I mean the laughter is the thing there. I should have told you a little bit about the background of that. It was an interview with the Dalai Lama and a scientist named Paul Ekman and it was about the science of emotions and it was about their collaboration., they had written a book together. So you know first of all you hear his closeness with this other guy he hits his leg and says, "this old man." You hear the joy in the room and laughing. The Dalai Lama is laughing, Paul Ekman is laughing and he is saying great things, "you know sometimes I do see myself as a Buddhist monk "but I also see myself as sometimes "I call myself a scientist." Now if he had just said it like that, I see myself as a Buddhist monk but sometimes I seem like also call myself a scientist it'd be interesting, it's the Dalai Lama, but he's laughing through it and he's so joyful and there's a humility there. I mean you're seeing so much of his character in that laughter, in those breaths in that pace so important to keep all that stuff in. I think you know what happens in the editing room, is that you want to clean everything up I mean of course not in a case like this but you just want it you know you strip strip strip and actually no don't strip. All of this, strip mindfully because all of that all of those key things those spaces between what someone says, the sense you have of them thinking and what you get from that those are so key. So I love that clip, I love the Dalai Lama. I love that moment. It was a very special moment just as a note he held my hand most of the time sweetheart I mean more than a sweetheart, he's amazing. (laughs) So I say this a lot, the magic and what I mean by magic is the unexpected. The stuff that illustrates your connection to your interviewee. The moments where you've you know you've gotten you take a deep breath when you shocked by something they've said. I was doing an interview last week and someone I hadn't you know we were talking about the woman's mate having passed away, and how... she allows for his spirit to still be very much alive in her life even though she's in a new relationship. And I did not expect to go there in this interview. And in that moment she got emotional, she didn't cry but you could feel the sort of crackling and as did I. And you just you want to allow for that. And you want to follow up on that, which we'll talk about in a minute. So... be open, you focus on what you aspire to but most importantly be open. Be bold. So it's important to be bold and what that means is... don't be scared to ask questions that might you know there's an elegance and a grace and a consideration that you need to engage with when you might be asking a question that might be a little bit tricky. So you really messed up on that. Not you really messed up that. Must have been really challenging when you did that very controversial thing because you're gonna talk about something they may not want to talk about. What was your first you know, what your initial reactions when you realize that what you had said was so badly received? You're being bold. Be bold, there are these that people open a door into sharing something that they're feeling that's close to their heart. They're inviting you in, whether it's conscious or subconscious they're inviting you in and it's important to walk right in with grace, with understanding and with gentility but with boldness. And when something comes up that might be a little bit tough be compassionate. Oh that's tough, I'm sorry. Or Wow when I'm gonna play you a clip now from Charlie Kaufman that I don't share my follow up question, but there was a moment well Charlie Kaufman is a filmmaker. He did Being John Malkovich, Eternal Sunshine of the Spotless Mind. He's unique guy very really smart fantastic writer and he did this film called Synecdoche New York with Philip Seymour Hoffman, which was an amazing film. Not well received, but only because it's a an epic film. It's long and it's unique and so it didn't get you know it didn't get wasn't like blockbuster status. So deeply powerful and yeah I highly recommend it Synecdoche New York it's based on Schenectady New York so it's a little play on words. And I walked into the interview he was doing back and back-to-back interviews, sweating just like rivulets and I realized wow he's this is from the moment I walked in I say wow this is he's in a tough situation right now because there he doesn't necessarily want to be doing this. And you're gonna find out that. The actors are really important, is the audience really important you know there was a I realized while I was writing some notes that you know the play that Caden writes and creates over the course of this film is not necessarily seen by the by the public. And is about is the public necessary for a play to exist or for a piece to exist?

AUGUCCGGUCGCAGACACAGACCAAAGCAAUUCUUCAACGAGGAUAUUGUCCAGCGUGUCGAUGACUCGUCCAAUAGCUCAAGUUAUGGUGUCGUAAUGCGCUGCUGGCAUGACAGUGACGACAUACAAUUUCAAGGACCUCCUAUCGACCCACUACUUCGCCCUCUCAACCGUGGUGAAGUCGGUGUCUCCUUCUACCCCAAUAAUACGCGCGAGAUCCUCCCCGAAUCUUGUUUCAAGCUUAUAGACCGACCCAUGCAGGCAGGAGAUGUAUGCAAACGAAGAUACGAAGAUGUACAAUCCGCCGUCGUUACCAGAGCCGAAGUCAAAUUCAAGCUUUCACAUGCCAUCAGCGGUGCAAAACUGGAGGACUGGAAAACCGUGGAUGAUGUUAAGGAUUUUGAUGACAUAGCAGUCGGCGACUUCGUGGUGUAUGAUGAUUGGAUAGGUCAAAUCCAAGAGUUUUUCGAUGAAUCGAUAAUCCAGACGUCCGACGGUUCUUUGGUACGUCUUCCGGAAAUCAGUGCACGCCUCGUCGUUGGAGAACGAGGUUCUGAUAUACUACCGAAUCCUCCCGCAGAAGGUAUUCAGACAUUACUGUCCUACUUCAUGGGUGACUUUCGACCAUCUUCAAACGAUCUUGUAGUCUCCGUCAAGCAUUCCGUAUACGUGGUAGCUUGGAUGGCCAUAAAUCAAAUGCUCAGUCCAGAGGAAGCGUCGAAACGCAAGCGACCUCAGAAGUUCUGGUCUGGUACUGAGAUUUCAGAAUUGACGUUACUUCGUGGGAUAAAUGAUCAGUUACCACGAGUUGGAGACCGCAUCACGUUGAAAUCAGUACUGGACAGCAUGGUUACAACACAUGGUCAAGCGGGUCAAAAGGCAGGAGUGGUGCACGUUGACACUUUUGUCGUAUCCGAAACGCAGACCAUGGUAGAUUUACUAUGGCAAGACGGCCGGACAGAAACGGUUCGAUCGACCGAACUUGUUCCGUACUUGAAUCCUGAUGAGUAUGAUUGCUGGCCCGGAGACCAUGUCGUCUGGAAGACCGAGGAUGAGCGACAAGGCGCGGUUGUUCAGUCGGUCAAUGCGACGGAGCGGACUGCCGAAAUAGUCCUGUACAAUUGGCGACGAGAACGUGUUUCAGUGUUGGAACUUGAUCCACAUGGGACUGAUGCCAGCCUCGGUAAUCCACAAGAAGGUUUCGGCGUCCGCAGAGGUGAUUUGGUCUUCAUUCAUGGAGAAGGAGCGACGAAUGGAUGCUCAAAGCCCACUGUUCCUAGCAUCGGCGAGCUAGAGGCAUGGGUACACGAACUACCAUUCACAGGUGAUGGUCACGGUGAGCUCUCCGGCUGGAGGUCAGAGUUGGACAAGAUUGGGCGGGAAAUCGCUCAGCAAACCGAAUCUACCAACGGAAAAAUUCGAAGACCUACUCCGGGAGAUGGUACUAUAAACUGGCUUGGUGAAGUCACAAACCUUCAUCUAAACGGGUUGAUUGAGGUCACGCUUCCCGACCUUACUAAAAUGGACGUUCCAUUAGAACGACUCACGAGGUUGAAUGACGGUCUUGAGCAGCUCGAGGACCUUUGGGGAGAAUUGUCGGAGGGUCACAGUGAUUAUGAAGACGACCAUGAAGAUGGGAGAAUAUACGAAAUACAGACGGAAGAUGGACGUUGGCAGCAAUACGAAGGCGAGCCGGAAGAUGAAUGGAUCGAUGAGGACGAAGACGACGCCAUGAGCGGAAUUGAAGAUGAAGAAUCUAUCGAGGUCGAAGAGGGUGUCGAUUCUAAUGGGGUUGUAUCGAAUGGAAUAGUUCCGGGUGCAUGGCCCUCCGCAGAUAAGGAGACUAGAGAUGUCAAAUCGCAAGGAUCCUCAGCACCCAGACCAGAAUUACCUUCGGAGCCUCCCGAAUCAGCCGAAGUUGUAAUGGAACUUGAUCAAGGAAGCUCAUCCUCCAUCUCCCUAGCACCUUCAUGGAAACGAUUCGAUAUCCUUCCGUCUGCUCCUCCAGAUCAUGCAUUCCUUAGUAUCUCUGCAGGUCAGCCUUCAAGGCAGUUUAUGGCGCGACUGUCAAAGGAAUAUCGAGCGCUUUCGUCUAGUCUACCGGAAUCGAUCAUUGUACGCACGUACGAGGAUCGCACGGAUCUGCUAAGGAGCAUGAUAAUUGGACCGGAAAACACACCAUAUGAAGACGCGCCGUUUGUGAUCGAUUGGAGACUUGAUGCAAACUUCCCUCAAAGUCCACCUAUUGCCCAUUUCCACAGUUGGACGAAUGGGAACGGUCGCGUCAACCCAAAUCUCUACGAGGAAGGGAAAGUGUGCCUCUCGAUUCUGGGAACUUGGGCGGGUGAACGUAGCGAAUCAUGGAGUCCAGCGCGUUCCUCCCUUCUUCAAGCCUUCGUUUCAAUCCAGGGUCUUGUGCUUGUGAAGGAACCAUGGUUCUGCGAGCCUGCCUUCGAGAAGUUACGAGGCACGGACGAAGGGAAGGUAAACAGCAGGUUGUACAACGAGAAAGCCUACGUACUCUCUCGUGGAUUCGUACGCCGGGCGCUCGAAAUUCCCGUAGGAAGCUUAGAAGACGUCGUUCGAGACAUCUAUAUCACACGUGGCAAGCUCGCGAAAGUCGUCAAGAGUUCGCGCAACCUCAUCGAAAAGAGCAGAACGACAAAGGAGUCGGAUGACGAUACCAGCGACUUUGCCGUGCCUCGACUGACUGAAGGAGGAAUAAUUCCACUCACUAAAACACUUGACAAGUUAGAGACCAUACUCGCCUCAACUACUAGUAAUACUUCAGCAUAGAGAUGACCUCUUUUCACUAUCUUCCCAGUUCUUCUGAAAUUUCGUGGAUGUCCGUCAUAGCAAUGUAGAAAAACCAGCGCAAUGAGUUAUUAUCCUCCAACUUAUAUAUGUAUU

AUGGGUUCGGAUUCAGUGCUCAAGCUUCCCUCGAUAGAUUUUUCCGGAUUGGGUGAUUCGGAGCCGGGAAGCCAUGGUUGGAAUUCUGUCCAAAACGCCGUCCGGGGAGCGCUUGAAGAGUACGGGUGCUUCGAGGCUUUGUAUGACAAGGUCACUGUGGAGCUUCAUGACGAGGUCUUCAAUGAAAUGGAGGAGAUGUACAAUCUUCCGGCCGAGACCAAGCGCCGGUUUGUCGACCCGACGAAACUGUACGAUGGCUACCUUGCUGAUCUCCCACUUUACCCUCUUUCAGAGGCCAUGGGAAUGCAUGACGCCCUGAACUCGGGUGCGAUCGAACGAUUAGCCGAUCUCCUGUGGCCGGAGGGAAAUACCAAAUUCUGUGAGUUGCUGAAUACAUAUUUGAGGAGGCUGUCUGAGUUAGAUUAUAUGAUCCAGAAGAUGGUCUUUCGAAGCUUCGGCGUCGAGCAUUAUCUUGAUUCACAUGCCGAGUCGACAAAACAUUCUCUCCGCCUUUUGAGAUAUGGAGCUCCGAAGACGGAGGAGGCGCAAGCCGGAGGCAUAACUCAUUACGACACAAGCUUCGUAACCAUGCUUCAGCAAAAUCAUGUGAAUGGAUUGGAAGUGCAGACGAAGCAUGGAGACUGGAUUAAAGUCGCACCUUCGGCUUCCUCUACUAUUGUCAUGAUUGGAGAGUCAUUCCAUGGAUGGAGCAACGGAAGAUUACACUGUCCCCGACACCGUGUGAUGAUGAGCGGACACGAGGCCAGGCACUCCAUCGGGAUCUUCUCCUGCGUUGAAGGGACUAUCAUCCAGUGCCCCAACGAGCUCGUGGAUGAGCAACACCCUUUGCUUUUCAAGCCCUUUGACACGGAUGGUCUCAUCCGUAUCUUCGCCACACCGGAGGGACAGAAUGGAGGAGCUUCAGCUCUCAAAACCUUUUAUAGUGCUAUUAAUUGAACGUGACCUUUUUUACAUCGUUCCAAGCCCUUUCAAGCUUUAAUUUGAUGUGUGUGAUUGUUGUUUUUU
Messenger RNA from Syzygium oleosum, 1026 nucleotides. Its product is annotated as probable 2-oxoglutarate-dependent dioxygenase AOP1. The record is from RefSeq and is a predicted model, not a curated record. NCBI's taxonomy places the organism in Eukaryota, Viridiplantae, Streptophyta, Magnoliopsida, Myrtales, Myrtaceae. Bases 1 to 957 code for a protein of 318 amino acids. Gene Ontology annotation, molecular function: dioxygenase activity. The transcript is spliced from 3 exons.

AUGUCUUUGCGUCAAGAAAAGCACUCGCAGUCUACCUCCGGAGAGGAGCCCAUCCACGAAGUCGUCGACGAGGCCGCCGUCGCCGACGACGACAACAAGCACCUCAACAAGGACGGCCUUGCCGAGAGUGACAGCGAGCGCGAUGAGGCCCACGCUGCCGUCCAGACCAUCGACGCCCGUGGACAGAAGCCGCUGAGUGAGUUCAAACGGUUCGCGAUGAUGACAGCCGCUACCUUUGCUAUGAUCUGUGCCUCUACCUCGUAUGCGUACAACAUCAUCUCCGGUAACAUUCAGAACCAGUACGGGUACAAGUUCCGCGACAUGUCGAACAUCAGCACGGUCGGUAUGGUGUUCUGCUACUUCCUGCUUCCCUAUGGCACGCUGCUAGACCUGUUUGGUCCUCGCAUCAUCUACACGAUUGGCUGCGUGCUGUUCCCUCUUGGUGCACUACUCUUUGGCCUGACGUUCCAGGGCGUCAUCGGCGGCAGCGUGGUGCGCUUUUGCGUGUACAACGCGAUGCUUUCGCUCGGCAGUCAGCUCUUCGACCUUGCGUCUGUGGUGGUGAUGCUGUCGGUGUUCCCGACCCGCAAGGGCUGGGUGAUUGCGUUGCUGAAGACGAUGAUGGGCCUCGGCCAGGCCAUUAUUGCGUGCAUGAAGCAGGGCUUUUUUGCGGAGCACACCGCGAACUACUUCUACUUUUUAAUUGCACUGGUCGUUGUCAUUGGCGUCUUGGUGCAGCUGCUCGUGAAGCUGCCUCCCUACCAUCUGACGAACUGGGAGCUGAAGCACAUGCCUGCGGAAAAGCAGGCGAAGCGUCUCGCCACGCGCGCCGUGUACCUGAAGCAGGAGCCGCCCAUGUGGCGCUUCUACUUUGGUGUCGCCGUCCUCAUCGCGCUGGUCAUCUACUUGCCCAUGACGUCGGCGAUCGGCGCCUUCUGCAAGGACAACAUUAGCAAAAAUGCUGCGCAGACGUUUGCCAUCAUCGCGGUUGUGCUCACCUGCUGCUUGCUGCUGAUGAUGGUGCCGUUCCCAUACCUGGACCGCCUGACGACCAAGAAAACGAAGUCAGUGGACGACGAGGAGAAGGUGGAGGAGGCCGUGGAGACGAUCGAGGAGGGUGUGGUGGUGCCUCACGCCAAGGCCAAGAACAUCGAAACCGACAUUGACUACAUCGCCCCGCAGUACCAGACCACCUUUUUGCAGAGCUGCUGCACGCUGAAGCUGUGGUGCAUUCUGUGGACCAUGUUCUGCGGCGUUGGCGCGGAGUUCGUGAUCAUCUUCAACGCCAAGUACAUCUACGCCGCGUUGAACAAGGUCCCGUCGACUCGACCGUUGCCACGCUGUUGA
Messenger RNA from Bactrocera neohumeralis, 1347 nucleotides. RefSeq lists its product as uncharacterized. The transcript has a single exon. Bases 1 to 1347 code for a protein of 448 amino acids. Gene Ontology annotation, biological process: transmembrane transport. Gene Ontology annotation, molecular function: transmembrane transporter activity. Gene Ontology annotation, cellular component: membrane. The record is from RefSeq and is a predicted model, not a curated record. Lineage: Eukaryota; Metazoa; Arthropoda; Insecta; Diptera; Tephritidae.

Well I mean I'm interested in the audience seeing it, and I'm interested in their than having reactions to it but in the sense that my work and the work of the people who worked on the movie is done, I mean what happens to the movie now is outside of my realm. I mean it'll exist in the world or it won't exist in the world or people will love it or hate it or not care about it. I have nothing to do with it anymore. I made it for myself, but I made it for myself with an eye on having people interact with it you know but there is that it's like, you know I when I introduced it in Toronto, I said this is yours to the audience. This is your movie I'm done. You know this is my conversation with you and now it's your turn to interact with it if you choose to. And I feel that way and philosophically I think that's the way I have to work, because otherwise if you what you do becomes pandering, and I'm very dead set against pandering. I mean I don't want to think about what an audience wants or what they're gonna like or what they're gonna pay money to see. I want to think about what I can give of myself in this work And that in a way is independent of them, although you know, then hopefully it gives them something but my goal isn't to trick them into watching this and you know I have no interest in marketing this movie. I don't think of it as a product. I mean I'll talk about it, I'm going to talk about it, I am talking about it but I'm not going to tell I'm not going to try to get people to go see it. I don't consider myself selling a product and I really don't want to think of myself that way.
So I mean really I thought first of all, I had done this interview over a decade ago and I hadn't thought about the whole aspect of I mean I know a lot more now about this but the whole aspect of having to collect money for your film, getting the support, then undergoing through the marketing. All the challenges that come about that's not just about the film itself it's all of that. And he's saying I don't wanna do this. I actually I'm not sure I want to be here right now. I'm not sure I want to be sitting I mean you're a great person, I think you're lovely but I don't want to be doing interviews about my film I just want people to go see it. And it was a really wonderful moment of having compassion for the challenge that he is you know is going through in that moment of I've made this film, it's an epic film I've worked a tremendous amount on it, and I'm done with the whole marketing bit of it. So my follow-up question was, is it difficult for you to be here with you know be here right now in this room? I didn't want to say be here with me because is it difficult to be with me? But is it difficult to so then what do you do ? You know how do you avoid this aspect of it could you bring a doppelganger? Someone that does it for you and does all the answering of the questions. And in fact I did ask is this therefore really quite difficult to do? And he said, "no I mean there's a part of this that " I also do like but ultimately, " I don't want to be doing this." So it's understanding in that moment. A is realizing that it's not personal. B is also understanding like wow, so that's a whole part of making a film to you know that you have to actually do all these interviews all over the country and how much time does that take? You know and so you can actually expand the scope of the interview by taking what could seem like potentially challenging moment and bring compassion and curiosity to it. Compassion for where this person is and curiosity because they've opened the door and they've said this is what I'm going through do you want to learn more about? I'm sharing it with you. Let's let's talk about it and let's connect because we can connect on all the lovely stuff, like all the stuff that feels great and all the stuff that means you know so much for us in our lives, but the stuff that's the hard stuff you know when you present something you know you see this with your friendships when someone says something that's hard that they're going through that's really tough you're I mean for me I kind of get I feel from my friend always but I get excited that they want to open up and that I can support in some way. It's the same thing in an interview, I mean such an intimate happening there's nothing depending on what you bring to it there's nothing sort of callous or you know I would almost say unimportant but it's just it's so special and potent that interview that moment you're listening to someone. They're sharing a part of themselves with you you're valuing that, they will remember that, you will remember that and you're recording it so it's you know. So don't forget about that. Now I did say like throw everything out and it's important but at the same time, if this is like a piece that you're doing or you have a goal in mind come back to what you hope to get out of it. So you can easily divert your way but maybe ask one or two questions that brings you back to the reason why you decide to do this. At the same time so it sounds like it's contradictory it's not. Allow for a new reason just like the lack of my story. So be focused on what you're aspiring to but allow for something else to emerge. So yeah that's really just to just to review it the things that I think are probably most important in this list are more listening and that's again not just for... Someone was someone was saying on the project that we did Coming Home on interviewing people who are living on the street, that they were excited by the fact that the interviews were so articulate. And I was saying that when you've really listened to someone it allows them to bring their best self forward which allows for the best tape. You know if you're really listening they're gonna they're like wow this person is actually interested, they're truly are. I'm gonna shine and therefore the tapes going to shine. And so listening is the the boldness is also very important and it goes hand in hand with the listening because like I said, when you listen someone opens up in a way, and I walk through that door and then of course you know ,allow for the discovery of new material.